Being an artist-run centre, the Funnel was on a tight budget and couldn’t afford to hire new staff unless it was through a government sponsored program. But as a recent grad, I knew I wanted to work there and start my life as an artist. Through a program called “Futures” I was hired as the equipment coordinator and paid the grand sum of $150 per week. Needless to say I was barely able to survive, living mostly on Jamaican beef patties, popcorn and soup. My job consisted of checking all the equipment, keeping it in running order, orienting members on all the equipment at the Funnel, organizing workshops and assisting with the biweekly screenings. It was one of the best jobs I’ve ever had. I worked first under the leadership of filmmaker and Funnel Director Michaelle McLean and with the great help and patience of Villem Teder, a fellow filmmaker, Funnel member and techno-whiz, learnt how to solder, make seamless reel changes and load the ancient 16mm Frezzolini camera. I worked during the day at my job and then would stay on late into the night working on my own films, using the equipment free of charge. During my years at the Funnel from 1984-1986 I met and hopefully assisted probably every artist who was working in film in Toronto at that time.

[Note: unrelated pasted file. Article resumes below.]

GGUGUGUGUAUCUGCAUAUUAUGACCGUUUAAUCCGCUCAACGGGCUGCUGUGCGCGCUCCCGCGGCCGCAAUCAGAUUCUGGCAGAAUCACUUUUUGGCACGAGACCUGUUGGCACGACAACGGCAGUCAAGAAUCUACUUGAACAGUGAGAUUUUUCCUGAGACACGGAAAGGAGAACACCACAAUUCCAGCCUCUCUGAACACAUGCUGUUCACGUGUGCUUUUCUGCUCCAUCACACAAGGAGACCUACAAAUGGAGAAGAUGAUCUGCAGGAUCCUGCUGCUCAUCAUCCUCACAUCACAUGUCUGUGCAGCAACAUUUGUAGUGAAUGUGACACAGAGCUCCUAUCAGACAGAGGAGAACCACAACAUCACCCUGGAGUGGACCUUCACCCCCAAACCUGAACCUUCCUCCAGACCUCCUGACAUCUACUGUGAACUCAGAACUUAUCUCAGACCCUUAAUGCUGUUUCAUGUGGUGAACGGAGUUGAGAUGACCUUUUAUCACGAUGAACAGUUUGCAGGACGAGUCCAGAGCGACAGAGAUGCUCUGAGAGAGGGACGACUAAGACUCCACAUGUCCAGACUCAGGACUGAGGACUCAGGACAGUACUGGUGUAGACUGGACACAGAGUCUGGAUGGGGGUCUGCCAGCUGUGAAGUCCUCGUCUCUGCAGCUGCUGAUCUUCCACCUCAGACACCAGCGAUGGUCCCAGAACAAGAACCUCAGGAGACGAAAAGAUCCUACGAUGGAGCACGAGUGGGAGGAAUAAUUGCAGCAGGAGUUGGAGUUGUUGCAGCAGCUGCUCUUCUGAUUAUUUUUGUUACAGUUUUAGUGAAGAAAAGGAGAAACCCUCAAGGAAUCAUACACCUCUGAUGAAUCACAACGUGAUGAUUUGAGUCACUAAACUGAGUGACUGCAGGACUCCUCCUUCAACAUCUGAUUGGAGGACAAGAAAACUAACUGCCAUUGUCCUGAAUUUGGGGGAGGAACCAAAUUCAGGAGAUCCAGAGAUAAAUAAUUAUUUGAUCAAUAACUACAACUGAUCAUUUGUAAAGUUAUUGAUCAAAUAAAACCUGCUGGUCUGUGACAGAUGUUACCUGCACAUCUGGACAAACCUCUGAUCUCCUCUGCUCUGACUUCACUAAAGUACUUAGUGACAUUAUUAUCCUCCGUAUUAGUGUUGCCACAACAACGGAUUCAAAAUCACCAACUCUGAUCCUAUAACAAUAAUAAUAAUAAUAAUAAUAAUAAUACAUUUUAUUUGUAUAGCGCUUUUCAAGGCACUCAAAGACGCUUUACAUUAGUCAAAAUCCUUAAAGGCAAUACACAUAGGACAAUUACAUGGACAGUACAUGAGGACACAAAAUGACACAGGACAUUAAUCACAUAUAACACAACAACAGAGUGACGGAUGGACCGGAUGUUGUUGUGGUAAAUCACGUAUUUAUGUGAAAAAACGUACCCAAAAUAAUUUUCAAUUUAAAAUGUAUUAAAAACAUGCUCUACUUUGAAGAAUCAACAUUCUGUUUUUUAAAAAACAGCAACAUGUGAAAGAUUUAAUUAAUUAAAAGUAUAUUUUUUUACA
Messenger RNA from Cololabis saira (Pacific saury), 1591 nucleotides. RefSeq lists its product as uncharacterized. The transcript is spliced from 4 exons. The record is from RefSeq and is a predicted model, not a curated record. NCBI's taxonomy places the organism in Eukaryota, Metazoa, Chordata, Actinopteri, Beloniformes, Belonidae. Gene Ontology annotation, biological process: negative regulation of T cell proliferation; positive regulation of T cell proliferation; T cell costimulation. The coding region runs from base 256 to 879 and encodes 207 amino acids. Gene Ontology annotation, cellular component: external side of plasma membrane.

Mike: In an essay called Centre the Margins, Richard Fung talks about the absence of gay Asians on movie screens, and cites your The Displaced View (52 minutes 1988) as a notable exception. He goes on to write: “In my own video work in the area, I have seen the most important task as the representation of gay and lesbian Asians as subjects, both on the screen and especially as the viewer. I believe that it is imperative to start with a clear idea about audience. This in turn shapes the content of the piece.” Do you feel the same, do you begin your work with a clear idea of the audience, and the political arena your work is entering into? Do you feel the responsibility which is implied in Richard’s remarks about his own work, and does it similarly shape the form and content of your work?
Midi: Ideas for The Displaced View developed while I was in art school. One of my teachers was Morris Wolfe, who taught a number of classes in film criticism and theory. He was extremely encouraging and through his screenings and commentary I saw films from around the globe that embraced a kind of cultural specificity and delicacy that I wanted to convey in my own work. Morris encouraged me to look into my history, my cultural and familial relationship with the Japanese-Canadian community. I wrote a personal history piece narrating the conflicting views of three generations of Japanese-Canadians based mostly on my family history. This piece was later published in Fuse magazine and was the beginning of The Displaced View.